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By Jason Bordoff and Elizabeth Rosenberg
NEW YORK/WASHINGTON, May 2 (Reuters) - The newest round of sanctions on Russia sets the right tone for potential escalation of pressure if the political crisis in Ukraine deteriorates further. Hit President Vladimir Putin’s inner circle of cronies and companies, but leave the energy taps on. Turning them off is impossible and unnecessary. There is a long path of painful sanctions short of direct bans on Russian energy supplies that could cripple the Russian energy sector and make its economy bleed.
The latest round of Russia sanctions, announced April 28, show that the Obama administration is willing to target the energy sector as a key point of leverage against Moscow. That Russia is the eighth-largest economy, and No. 3 in oil production and No. 2 in gas production globally, is apparently not a roadblock for energy sanctions. Energy and economic concerns — for example about the potential effects of sanctions on global energy prices and Europe’s heavy reliance on Russian natural gas and oil — have yielded to diplomatic and security imperatives.
Some believe that the energy sanctions are symbolic. Oil prices and shares of oil companies operating in Russia did not move dramatically after the announcement of the new restrictions. But such a reading misunderstands this opening foray and underestimates the opportunities available to calibrate sanctions.
Potential future energy sanctions can and should strike at Russian energy companies and executives without forcing any actual supply disruption. As we learned from our work on Iran sanctions, gradually escalating such sanctions will disrupt the normal flow of business and investment by making it progressively more difficult for energy companies to operate. By precipitating massive asset flight from Russia, freezing new business and siphoning energy revenue, sanctions can impose economic pain on Russia. Significantly, this strategy will limit the pain for consumer countries, including European countries and the United States. It will also limit energy price increases that would bolster Russia’s revenue from its existing energy sales.
The creep of sanctions targeting leading energy companies and executives raises strategic uncertainty about exactly where the legal limits may lie in doing business with sanctioned Russian energy firms. For now, Russian energy titan Rosneft , whose Chief Executive Officer Igor Sechin was sanctioned Monday, is not off limits. Foreign partners merely have to carve Sechin out of their business interactions. However, concerns over the potential expansion of energy sector sanctions will make foreign companies dealing with Rosneft more cautious about engaging in transactions, imposing economic hardship on the firm.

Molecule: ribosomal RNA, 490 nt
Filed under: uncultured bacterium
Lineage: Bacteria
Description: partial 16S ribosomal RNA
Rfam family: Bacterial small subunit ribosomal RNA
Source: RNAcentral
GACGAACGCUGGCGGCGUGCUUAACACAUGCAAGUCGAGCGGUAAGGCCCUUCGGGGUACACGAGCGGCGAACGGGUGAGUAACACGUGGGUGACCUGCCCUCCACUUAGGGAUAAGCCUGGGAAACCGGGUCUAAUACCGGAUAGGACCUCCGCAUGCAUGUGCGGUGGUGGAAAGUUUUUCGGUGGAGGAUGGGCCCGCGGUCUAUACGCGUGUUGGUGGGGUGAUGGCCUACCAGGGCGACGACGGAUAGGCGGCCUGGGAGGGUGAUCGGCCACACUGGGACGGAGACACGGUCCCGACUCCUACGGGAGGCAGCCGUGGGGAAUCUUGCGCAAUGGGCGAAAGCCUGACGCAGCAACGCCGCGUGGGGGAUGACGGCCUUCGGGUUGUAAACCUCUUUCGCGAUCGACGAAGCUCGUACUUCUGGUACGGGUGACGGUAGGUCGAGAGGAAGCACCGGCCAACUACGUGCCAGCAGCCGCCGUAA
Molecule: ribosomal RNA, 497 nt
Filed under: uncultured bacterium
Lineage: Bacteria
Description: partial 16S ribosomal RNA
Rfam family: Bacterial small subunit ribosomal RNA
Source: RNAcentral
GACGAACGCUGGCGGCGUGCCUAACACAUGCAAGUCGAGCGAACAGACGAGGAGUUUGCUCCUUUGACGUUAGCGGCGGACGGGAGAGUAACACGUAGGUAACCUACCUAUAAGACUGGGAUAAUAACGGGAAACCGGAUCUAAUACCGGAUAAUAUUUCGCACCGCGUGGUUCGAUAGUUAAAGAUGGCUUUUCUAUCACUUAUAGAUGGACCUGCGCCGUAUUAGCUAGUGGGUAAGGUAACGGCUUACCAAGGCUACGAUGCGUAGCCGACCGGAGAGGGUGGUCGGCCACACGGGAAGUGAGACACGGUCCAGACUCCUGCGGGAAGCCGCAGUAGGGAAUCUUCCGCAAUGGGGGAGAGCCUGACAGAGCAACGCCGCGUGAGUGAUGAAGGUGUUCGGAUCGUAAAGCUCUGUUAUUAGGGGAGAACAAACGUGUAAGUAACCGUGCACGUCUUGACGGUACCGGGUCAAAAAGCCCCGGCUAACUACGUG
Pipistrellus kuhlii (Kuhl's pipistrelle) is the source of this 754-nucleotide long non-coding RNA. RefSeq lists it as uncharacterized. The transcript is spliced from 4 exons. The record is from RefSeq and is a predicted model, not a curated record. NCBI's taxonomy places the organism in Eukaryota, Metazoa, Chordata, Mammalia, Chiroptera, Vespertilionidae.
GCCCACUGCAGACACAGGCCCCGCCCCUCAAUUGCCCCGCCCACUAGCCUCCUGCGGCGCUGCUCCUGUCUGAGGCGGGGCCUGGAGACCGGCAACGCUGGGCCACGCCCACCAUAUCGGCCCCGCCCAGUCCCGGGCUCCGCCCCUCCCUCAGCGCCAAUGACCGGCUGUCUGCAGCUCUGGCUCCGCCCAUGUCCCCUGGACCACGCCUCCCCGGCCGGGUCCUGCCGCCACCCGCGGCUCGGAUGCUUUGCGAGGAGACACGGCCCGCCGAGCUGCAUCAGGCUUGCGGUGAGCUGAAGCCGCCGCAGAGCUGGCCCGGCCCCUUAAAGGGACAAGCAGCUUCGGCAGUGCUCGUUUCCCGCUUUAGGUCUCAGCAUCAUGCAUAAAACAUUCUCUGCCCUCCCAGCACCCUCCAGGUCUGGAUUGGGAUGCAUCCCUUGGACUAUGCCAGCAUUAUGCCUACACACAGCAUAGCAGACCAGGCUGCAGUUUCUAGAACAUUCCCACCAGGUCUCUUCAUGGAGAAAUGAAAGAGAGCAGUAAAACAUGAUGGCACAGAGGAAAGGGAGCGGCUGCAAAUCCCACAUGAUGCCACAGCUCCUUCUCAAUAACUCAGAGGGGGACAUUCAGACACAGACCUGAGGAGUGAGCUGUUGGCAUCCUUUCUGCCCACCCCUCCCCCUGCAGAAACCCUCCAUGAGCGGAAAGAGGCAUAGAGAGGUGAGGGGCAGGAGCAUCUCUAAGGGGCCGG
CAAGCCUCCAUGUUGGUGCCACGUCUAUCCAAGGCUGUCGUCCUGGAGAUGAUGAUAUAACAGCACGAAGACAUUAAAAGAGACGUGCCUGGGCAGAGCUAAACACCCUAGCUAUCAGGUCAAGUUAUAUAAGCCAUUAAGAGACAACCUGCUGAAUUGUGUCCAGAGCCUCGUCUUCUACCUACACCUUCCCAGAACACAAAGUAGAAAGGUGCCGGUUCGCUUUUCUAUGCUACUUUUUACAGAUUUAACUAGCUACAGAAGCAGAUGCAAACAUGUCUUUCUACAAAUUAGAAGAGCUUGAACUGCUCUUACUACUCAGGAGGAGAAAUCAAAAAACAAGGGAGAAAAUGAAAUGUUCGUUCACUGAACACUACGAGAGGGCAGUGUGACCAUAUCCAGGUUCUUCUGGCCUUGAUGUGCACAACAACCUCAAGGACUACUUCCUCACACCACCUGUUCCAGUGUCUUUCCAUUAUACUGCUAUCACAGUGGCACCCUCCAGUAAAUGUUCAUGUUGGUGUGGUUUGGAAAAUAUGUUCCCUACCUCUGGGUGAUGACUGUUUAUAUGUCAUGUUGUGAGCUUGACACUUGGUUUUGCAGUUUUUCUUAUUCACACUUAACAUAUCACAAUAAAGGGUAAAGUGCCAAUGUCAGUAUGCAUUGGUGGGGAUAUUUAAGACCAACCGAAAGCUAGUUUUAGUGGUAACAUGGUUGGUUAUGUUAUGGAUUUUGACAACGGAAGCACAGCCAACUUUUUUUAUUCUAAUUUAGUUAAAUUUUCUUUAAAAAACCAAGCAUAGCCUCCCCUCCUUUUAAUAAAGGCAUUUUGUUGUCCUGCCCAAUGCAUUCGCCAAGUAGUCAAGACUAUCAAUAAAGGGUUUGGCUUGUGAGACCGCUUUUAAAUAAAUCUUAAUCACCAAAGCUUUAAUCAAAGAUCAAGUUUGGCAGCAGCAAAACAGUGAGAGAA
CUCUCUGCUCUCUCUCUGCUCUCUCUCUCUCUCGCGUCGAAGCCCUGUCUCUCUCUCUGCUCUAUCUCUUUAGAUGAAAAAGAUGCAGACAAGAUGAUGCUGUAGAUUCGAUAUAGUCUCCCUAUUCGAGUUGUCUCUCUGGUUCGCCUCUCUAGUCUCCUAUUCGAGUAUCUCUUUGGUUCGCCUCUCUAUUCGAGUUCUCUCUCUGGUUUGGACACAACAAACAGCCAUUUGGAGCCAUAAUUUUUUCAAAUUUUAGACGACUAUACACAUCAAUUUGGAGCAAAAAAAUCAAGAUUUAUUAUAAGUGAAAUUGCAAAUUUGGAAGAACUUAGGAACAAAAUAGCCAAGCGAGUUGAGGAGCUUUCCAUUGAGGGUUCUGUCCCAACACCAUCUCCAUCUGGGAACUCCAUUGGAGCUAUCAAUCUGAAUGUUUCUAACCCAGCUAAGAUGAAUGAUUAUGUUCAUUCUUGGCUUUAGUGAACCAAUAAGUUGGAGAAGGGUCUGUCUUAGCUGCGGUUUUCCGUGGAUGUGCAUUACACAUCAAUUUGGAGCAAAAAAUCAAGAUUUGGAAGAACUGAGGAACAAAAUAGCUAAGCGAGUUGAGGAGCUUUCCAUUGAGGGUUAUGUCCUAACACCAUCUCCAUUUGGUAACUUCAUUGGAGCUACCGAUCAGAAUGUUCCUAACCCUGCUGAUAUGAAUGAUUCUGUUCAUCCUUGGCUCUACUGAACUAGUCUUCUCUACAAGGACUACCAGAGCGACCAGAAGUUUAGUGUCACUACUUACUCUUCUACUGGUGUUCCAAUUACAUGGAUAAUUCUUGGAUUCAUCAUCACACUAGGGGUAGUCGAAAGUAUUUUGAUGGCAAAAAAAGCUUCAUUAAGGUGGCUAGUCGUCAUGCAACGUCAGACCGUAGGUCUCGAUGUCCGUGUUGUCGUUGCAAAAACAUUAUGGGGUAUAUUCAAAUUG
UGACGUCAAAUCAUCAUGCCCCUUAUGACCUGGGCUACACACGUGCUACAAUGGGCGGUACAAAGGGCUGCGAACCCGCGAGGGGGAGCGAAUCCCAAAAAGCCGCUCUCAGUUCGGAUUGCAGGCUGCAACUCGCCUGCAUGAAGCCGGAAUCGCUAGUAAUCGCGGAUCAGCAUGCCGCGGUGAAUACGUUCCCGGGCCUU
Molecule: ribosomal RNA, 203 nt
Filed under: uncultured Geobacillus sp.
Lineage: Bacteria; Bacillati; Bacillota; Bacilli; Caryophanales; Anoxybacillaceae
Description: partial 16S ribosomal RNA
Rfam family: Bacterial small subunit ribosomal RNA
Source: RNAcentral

Severely limiting the foreign financing, technology and services available to Russia’s major energy firms can broadly deter investment and raise the cost for Russia’s energy business. For example, the United States could sanction the sale of certain energy extraction and production technologies to Russian firms and provision of engineering or field services. It could impose export controls on goods and specialized equipment necessary for complex oil and gas projects, akin to military technology export controls announced with the latest sanctions.
Even more severe, direct sanctions on Russian energy companies would paralyze the joint ventures they have with foreign firms. Only smaller, non-U.S. firms unexposed to the U.S. financial system would continue to supply sanctioned Russian energy companies with goods and services. But these companies would not offer the leading-edge technology, experience and deep pockets necessary to develop some of Russia’s most promising oil and gas megaprojects, such as LNG terminals or drilling and production in deepwater offshore or Arctic areas. Recent experience in Cuban offshore drilling, for example, demonstrates how challenging it can be to find an offshore rig that has no or de minimus U.S. content.
Without U.S. and European partners such as ExxonMobil , BP, Total and Shell in Russia’s vast new LNG and Arctic energy projects, Moscow would have to significantly delay some of its biggest plans to supply the burgeoning Asia-Pacific market with energy. It would have to turn to Asian partners for project development assistance. This would mean less energy technology know-how, and more limited future revenue streams and competitiveness in developing Asia, where energy demand is expected to rise by almost 80 percent over the next two decades.
The road to stronger sanctions against Moscow will no doubt be paved with difficult negotiations with key European allies. Their strong dependence on Russian oil and gas makes them understandably uncomfortable handicapping Russia’s ability to produce. Contending with Russian retaliation for sanctions is a real possibility. There are significant U.S. and European energy assets parked in Russia or tied to Russian firms through joint ventures, all of which are vulnerable if Russia seeks retribution.
But while sanctions on the Russian energy sector are uncharted territory, the plays and consequences are clear. Cutting off energy supplies, with all the pain it would impose on all other countries, is not necessary to cause massive Russian energy sector pain. This is the march of sanctions we should pursue if the going gets tougher with President Putin.
Jason Bordoff, a former energy advisor to President Barack Obama, is a professor and Founding Director of the Center on Global Energy Policy at Columbia University. Elizabeth Rosenberg is the Director of the Center for A New American Security's Energy Program and a former senior sanctions advisor at the U.S. Department of the Treasury. The views expressed are their own. Editing by David Gregorio